Collusion? Germany and the National Socialist Underground (NSU) cases


For over a decade between 1999 and 2011 a cell of the far-right ‘National Socialist Underground’ group (NSU) committed at least ten murders and three nail bombings, mostly targeting Turkish migrants. Two of the cell died in the aftermath of a bungled bank robbery, a third alleged member of the cell who then turned herself in to the police in November 2011, is standing trial along with four other alleged accomplices on lesser charges. CAJ recently attended the trial in Munich as international observers at the invitation of representatives of victims and activists working on the cases. CAJ’s Deputy Director, Daniel Holder, also gave a public lecture in Berlin in relation to addressing the questions of collusion and ethnic bias in the criminal justice system, reflecting on our experiences of the local conflict.

published in Just News by the Committee on the Administration of Justice Ltd.

The NSU cases have commanded considerable attention in Germany and Turkey. A particular area of controversy has been the relationship between the NSU and the German security services running of informants within such groups. The Federal Office for the Protection of the Constitution – the BfV, had infiltrated the NSU with informants, yet its murders continued unabated until the events of 2011. However the BfV took the decision to shred files relating to their NSU informant operations, at the same time in November 2011 as the alleged third member of the NSU cell had handed herself into police. According to one informant the BfV (who rather than the police have primacy for running informants in far-right groups) was encouraged whilst in prison for far right offences, to remain active on the neo-Nazi scene. He published numerous editions of a far right pamphlet which was funded by the handsome payments he received from his handlers. Other human rights issues in relation to the NSU cases included charges of institutional racism against investigative authorities, whom it is alleged showed little interest in following obvious leads to murders being far right killings, but rather had a tendency to erroneously suspect the migrant victims whom may have been involved in organised crime or drugs trafficking.

A German parliamentary inquiry interviewed over 100 witnesses consulted 12,000 files and filed a 1,300 page report. It recommended more diversity within the police and security services and intercultural training. The Inquiry did not fully clarify the issues around the BfV and the role of informants in the NSU, nor made findings of structural or institutional racism. In response a report by the Turkish Community in Germany went much further recommending the disbandment of the BfV, a ban on racial profiling by law enforcement agencies, and the elimination of the ‘large network of informants’ within the far right scene. A critical debate has also ensued in the media, including mainstream media, as to whether the systems of informants should be abolished. Yet much media discussion has also focused on explanations of ‘mistakes’ by the police and security services rather than structural and systemic problems.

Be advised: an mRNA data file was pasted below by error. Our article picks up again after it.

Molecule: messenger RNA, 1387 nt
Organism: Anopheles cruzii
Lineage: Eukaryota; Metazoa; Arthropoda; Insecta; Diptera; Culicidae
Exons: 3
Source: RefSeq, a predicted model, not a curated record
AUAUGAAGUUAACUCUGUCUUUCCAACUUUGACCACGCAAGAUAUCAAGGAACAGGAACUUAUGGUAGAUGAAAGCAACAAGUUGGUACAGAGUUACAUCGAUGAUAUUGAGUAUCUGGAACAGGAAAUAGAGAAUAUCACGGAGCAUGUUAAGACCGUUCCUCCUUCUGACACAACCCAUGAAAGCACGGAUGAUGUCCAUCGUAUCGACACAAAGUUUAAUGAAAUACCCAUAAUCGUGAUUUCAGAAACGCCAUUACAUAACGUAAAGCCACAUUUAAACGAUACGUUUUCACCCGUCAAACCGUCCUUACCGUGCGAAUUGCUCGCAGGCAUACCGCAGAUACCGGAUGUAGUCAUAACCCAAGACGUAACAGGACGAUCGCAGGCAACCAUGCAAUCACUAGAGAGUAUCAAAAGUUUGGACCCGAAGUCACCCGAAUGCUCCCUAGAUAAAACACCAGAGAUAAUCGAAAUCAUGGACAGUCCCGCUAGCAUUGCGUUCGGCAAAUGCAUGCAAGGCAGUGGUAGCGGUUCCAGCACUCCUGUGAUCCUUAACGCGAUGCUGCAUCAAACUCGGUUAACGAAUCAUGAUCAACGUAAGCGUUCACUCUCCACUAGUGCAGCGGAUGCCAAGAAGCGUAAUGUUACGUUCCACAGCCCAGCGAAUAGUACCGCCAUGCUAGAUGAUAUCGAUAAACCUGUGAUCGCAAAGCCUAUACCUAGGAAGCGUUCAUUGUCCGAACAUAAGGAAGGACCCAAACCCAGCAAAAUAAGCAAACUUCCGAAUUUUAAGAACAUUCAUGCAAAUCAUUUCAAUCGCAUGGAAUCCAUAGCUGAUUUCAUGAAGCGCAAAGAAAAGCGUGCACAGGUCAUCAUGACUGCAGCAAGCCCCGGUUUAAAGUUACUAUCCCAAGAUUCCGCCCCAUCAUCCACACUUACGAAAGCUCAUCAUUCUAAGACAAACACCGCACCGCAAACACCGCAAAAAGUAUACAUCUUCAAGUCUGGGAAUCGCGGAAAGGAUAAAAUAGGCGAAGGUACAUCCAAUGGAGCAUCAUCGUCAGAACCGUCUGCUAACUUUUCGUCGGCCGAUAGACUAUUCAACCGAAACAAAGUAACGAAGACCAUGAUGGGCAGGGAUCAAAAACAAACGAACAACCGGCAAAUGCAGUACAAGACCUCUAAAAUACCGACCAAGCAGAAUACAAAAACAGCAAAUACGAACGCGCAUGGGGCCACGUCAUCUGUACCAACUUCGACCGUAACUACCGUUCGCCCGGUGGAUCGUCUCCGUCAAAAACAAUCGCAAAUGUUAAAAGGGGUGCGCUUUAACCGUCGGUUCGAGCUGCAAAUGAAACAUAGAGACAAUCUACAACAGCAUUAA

The ongoing NSU trial in Munich is one of the biggest Germany has seen in recent years. Testimony is planned from over 600 witnesses in proceedings which began in May 2013. The criminal process in Germany is inquisitorial, with judges leading the questioning, other parties can file motions to call witnesses, but the court will take the decision as to whether they are to be heard. No official record is taken of the proceedings, even the judges have to take their own notes. The trial is held in a vast court room with a packed upper gallery for the public and press. There are five presiding judges, and two alternates; the five defendants and their legal teams, a bank of representatives of the prosecution service, dozens of victims families and their legal representatives are also represented. Yet there is little indication to date that the trial will be able to provide examination and accountability for state wrongdoing. Investigators will clearly not have access to relevant security service files, as they have been shredded.

The NSU cases touch on numerous human rights themes familiar to Northern Ireland, as well as cases such as that of Steven Lawrence. There are questions about sectarian or racial bias within law enforcement agencies, questions about the role of the security services, and questions about the role of informants. In raising the question of collusion it would be difficult to identify the same type of clear political objective for policies and practices as our own experiences testify to. Yet there are numerous similar questions over the permitted conduct of agents of the state in actions from propaganda to violence which constitute human rights violations, agencies valuing maintaining their informant over and above enforcing the law, and the tendency to cover up wrongdoing rather than conceding accountability. Such matters are clearly ones which stretch well beyond our or Germany’s borders, yet for all the current focus on other aspects of covert policing, particularly surveillance, there is little in Council of Europe or UN human rights standards that specifically address the permitted conduct and handling of informants. CAJ will continue to develop a body of work in this area.